02-07-2018 | | By Nnamdi Anyadike
The fourth industrial revolution is fast becoming a reality in many parts of the developed world. And as this revolution comes into being, manufacturing is being transformed with a move to fully ‘smart’ or intelligent factories and the evolution of smarter products. Definitions of what constitute both the fourth industrial revolution and the ‘smart factory’ differ slightly.
But there is general agreement that the fourth industrial revolution is one that will connect the virtual online world with the physical one within the industrial world and connect the Internet of Things (IoT) to the production line. And as part of that development, smart factories will increasingly need to ‘self-optimise’ their performance, learn from new conditions and autonomously run entire production processes.
According to Deloitte Consulting, “Simply put, a smart factory is one equipped with technology that enables machine-to-machine (M2M) and machine-to-human (M2H) communication in tandem with analytical and cognitive technologies so that decisions are made correctly and on time.”
The smart factory represents not just a leap forward from the more traditional automation to a fully connected and flexible system. But as Deloitte notes, “Far from being an ‘end state,’ the smart factory is an evolving solution—one that taps into multiple features such as agility, connectedness, and transparency.”
What has made the realisation of the smart factory possible today is the rapid development of technological capabilities. AI, cognitive computing, and machine learning are all coming together now to enable systems to interpret, adjust to, and learn from the data gathered from connected machines. And technology and systems vendors are responding by creating new products in partnership with manufacturers, who are increasingly making investments in smart factory capabilities to mitigate the risk associated with possible future labour shortages.
Limtronik GmbH, the supplier of Electronic Manufacturing Services (EMS) uses intelligent 3D X-ray inspection system sourced from GOEPEL Electronic, a leading supplier of inspection equipment, on three of its surface-mount device (SMD) lines. An AXI system (automatic X-ray inspection) was first integrated by GOEPEL Electronic on Limtronik’s lines in 2010 to check the quality of soldered connections. At the time, it was one of the first systems to enable full-area 3D X-ray imaging.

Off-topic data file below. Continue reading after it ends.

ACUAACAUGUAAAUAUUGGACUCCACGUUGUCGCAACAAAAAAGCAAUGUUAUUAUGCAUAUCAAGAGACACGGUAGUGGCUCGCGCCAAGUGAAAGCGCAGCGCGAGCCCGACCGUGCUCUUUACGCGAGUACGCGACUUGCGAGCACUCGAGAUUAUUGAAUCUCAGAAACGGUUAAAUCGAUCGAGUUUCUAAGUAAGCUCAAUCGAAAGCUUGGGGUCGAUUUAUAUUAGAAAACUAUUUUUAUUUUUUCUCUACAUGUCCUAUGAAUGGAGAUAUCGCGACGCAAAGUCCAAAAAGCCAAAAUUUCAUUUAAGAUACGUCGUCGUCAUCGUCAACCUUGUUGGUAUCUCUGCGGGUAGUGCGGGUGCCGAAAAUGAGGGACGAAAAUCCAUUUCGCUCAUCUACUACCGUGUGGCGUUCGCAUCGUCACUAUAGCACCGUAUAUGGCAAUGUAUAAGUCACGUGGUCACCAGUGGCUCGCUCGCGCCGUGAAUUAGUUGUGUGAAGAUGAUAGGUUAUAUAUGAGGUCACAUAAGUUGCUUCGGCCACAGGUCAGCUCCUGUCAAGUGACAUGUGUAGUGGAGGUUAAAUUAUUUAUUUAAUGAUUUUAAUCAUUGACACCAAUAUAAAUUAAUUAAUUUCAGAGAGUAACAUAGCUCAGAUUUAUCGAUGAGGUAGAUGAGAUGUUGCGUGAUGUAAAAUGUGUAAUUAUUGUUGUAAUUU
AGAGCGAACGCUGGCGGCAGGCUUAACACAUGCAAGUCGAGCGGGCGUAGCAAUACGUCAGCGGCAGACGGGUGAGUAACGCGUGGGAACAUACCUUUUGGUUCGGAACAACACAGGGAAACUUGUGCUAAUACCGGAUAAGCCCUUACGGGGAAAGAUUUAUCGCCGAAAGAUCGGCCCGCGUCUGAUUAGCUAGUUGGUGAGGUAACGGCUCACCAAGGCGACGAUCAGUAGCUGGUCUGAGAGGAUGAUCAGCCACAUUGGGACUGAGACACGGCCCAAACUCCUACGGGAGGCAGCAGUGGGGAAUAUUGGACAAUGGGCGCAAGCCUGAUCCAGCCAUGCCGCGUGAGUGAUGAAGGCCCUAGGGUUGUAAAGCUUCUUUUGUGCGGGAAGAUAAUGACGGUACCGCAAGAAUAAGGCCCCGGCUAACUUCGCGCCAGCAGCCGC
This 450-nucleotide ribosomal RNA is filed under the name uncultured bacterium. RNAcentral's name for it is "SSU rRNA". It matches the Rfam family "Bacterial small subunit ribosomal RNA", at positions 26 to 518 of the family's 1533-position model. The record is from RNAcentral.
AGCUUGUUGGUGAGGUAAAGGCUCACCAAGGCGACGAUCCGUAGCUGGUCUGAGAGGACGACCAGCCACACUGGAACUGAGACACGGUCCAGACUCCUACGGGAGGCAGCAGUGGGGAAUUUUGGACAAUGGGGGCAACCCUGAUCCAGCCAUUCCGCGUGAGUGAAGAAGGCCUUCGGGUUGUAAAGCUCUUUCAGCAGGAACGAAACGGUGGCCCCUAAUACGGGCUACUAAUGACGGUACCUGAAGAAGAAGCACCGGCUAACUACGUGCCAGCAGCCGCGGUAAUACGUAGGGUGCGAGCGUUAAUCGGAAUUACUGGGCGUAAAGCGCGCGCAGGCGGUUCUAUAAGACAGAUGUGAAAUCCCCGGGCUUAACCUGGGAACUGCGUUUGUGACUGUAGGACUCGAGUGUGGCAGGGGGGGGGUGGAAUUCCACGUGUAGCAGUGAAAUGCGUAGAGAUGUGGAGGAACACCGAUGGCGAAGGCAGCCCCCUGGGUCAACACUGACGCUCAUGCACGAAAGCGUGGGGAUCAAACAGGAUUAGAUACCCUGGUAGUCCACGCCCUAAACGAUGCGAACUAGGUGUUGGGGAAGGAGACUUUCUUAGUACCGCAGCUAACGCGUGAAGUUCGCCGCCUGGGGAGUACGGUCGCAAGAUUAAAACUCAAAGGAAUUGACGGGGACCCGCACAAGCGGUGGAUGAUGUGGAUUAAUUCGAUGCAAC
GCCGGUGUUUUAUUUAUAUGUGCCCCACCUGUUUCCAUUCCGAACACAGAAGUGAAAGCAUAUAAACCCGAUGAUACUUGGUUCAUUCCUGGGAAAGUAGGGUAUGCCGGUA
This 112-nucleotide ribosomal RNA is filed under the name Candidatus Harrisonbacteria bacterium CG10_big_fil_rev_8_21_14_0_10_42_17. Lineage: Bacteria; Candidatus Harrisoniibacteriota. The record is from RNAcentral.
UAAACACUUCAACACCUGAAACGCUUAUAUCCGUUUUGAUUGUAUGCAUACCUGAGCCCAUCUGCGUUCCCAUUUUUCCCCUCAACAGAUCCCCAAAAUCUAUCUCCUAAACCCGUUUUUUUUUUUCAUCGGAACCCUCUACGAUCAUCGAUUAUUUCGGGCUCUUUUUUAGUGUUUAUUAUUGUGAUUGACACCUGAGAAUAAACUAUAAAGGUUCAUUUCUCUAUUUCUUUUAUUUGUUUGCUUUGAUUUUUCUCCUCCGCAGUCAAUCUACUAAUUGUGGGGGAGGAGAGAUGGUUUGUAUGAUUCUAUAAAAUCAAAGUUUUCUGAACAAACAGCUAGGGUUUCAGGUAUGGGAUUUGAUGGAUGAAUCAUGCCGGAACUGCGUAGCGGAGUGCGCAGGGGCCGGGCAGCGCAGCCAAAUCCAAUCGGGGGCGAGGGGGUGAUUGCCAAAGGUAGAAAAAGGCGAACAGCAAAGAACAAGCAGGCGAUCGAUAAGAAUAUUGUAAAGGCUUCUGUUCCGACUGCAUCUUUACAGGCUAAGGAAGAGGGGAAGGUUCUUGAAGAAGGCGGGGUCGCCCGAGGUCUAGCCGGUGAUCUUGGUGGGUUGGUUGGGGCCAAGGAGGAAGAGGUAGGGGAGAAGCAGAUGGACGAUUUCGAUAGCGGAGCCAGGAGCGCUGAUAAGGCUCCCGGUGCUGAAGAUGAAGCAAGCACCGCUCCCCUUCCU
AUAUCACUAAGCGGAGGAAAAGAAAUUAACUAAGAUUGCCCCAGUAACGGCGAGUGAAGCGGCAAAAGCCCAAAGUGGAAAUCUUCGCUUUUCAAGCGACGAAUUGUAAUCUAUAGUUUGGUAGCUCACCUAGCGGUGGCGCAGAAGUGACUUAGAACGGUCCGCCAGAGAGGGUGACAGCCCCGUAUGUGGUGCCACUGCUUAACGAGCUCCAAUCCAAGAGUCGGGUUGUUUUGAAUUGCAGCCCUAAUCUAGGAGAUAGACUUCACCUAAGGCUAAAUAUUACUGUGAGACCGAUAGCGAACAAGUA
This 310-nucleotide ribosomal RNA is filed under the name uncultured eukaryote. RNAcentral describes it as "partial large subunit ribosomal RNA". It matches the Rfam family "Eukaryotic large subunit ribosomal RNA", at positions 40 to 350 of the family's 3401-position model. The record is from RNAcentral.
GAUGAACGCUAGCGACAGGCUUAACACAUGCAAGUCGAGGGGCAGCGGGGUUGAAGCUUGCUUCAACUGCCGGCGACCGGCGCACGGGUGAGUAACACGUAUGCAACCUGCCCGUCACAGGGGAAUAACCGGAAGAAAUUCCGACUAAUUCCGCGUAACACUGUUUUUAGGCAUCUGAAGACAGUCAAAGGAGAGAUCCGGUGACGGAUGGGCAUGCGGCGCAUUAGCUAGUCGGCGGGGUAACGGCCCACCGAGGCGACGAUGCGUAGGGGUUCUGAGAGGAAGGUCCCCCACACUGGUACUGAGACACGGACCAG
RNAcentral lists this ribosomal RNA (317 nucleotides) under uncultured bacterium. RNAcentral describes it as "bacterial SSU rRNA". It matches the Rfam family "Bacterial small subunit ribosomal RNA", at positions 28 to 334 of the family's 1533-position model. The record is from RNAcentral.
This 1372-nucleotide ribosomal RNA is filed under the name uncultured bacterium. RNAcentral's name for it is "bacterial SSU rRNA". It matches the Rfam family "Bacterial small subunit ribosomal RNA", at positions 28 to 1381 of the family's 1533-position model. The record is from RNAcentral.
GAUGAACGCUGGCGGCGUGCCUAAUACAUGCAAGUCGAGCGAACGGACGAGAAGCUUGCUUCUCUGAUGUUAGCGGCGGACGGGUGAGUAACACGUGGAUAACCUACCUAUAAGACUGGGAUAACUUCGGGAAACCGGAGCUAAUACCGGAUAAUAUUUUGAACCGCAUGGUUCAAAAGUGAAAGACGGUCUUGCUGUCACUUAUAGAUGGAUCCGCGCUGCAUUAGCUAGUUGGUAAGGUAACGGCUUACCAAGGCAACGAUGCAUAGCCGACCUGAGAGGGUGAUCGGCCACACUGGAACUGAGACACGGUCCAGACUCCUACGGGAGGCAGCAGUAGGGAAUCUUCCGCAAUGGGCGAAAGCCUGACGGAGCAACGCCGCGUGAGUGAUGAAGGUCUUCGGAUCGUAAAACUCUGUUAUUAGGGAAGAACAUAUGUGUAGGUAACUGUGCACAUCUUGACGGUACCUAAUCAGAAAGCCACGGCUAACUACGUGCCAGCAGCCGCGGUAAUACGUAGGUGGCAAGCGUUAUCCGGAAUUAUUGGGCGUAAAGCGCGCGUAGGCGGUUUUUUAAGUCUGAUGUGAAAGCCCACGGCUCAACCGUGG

In May, Limtronik introduced an update from GOEPEL. As a result, one hundred percent solder joint control is now possible. Information about the line can be accessed via tablet, allowing for the system to be monitored and controlled from a remote workstation. And in addition to the complete results of an inspection, machine statuses and operating times can also be transmitted.
The Michigan, US based electronics contract manufacturer and printed circuit board (PCB) assembly provider Saline Lectronics, has also fully embraced the smart factory concept. It has designed its production floor and manufacturing processes to be intuitive, intelligent, and connected. Saline claims that its facility provides, “advanced traceability and real-time data of your electronic assembly.”
One innovation is its ‘Lectronics Luigi.’ Much like the current crop of smart speakers or digital assistants in the home, like Amazon’s Alexa and Google Home, Lectronics Luigi is Saline’s very own conversational AI for the factory. “Access to Luigi will be through mobile devices as well as on the factory floor, and we believe that Luigi will also be talking to our vendors and customers,” says a company white paper. Saline envisions a day when “Alexa and Luigi meet”, allowing the weather to be checked with ‘Alexa’ in the morning and the overnight factory performance with ‘Luigi.’
Meanwhile, Samsung Electronics Co. Ltd at the recent IoT World 2018 in Santa Clara, California showcased its ARTIK IoT solutions by demonstrating how smart factories, intelligent buildings and asset managers can achieve meaningful return of investment through its solution. “ARTIK untangles the common complexities of IoT deployments with a full range of turn-key partner IoT solutions that provide flexibility and efficiency, so organizations can remain focused on how they can best provide tangible returns to their customers’ bottom line,” said James Stansberry, senior vice president and general manager of ARTIK IoT at Samsung Electronics.
Companies like Hipaax, a provider for mobile workforce management solutions, have combined ARTIK cloud services with other solutions such as Shoreline IoT’s iCast Asset Monitoring Solution to increase production line efficiency. Other new partners announcing ARTIK-enabled Solutions include: SL Corporation; ForgeRock; Gambit Communications and Dizmo.
There are though pitfalls that stand in the way of a move towards smart production. One clear danger is cyber security. This is because by its very nature, the smart factory is ‘connected’. This leaves a smart factory vulnerable to a cyber attack in a way that would not be possible in a traditional manufacturing facility. This risk is enhanced as the smart factory moves beyond the four walls of the factory to include suppliers, customers, and other manufacturing facilities.
That said the shift away from linear, sequential supply chain operations both within and outside of the plant towards an interconnected, open system of supply operations is now all but inevitable. And the smart factory combined with the digital supply network is already busy laying the foundation for how companies compete in the future.